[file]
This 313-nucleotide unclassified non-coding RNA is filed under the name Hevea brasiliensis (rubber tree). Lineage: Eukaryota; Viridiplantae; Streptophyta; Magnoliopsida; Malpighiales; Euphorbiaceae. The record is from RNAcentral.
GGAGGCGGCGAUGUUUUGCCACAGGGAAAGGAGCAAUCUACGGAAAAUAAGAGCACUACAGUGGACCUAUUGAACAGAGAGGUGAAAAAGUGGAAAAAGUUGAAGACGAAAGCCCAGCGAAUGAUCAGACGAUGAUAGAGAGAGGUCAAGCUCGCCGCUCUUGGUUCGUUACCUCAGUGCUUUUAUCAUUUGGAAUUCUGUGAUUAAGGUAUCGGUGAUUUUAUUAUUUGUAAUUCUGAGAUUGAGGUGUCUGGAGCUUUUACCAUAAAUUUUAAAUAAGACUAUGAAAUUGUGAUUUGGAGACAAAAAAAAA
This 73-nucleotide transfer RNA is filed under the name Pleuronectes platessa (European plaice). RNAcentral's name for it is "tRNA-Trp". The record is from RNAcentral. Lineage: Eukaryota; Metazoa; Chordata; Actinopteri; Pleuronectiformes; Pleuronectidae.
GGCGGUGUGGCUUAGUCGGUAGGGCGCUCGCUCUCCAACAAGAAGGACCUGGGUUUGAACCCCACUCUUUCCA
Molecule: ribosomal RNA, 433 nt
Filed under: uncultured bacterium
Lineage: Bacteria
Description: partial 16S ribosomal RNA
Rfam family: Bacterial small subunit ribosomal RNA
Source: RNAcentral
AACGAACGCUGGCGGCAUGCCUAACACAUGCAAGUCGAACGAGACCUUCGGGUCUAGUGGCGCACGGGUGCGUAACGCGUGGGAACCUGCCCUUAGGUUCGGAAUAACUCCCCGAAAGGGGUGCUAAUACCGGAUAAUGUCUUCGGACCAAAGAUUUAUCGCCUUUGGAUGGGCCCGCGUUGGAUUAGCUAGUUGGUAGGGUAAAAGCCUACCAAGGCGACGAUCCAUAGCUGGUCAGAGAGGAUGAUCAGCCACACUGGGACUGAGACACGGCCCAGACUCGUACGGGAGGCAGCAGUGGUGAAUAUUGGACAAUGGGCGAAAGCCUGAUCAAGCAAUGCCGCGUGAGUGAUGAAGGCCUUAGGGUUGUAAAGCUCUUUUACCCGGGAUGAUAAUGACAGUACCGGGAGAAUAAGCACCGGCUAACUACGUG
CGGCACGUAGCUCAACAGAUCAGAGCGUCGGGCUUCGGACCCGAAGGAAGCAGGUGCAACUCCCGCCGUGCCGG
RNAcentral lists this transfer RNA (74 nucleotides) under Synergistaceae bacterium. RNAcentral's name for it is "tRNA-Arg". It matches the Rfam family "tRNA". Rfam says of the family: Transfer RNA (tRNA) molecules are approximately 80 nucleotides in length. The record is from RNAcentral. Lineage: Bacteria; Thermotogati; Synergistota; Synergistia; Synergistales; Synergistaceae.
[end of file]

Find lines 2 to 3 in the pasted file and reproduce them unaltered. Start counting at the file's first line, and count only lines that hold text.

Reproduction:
GGAGGCGGCGAUGUUUUGCCACAGGGAAAGGAGCAAUCUACGGAAAAUAAGAGCACUACAGUGGACCUAUUGAACAGAGAGGUGAAAAAGUGGAAAAAGUUGAAGACGAAAGCCCAGCGAAUGAUCAGACGAUGAUAGAGAGAGGUCAAGCUCGCCGCUCUUGGUUCGUUACCUCAGUGCUUUUAUCAUUUGGAAUUCUGUGAUUAAGGUAUCGGUGAUUUUAUUAUUUGUAAUUCUGAGAUUGAGGUGUCUGGAGCUUUUACCAUAAAUUUUAAAUAAGACUAUGAAAUUGUGAUUUGGAGACAAAAAAAAA
This 73-nucleotide transfer RNA is filed under the name Pleuronectes platessa (European plaice). RNAcentral's name for it is "tRNA-Trp". The record is from RNAcentral. Lineage: Eukaryota; Metazoa; Chordata; Actinopteri; Pleuronectiformes; Pleuronectidae.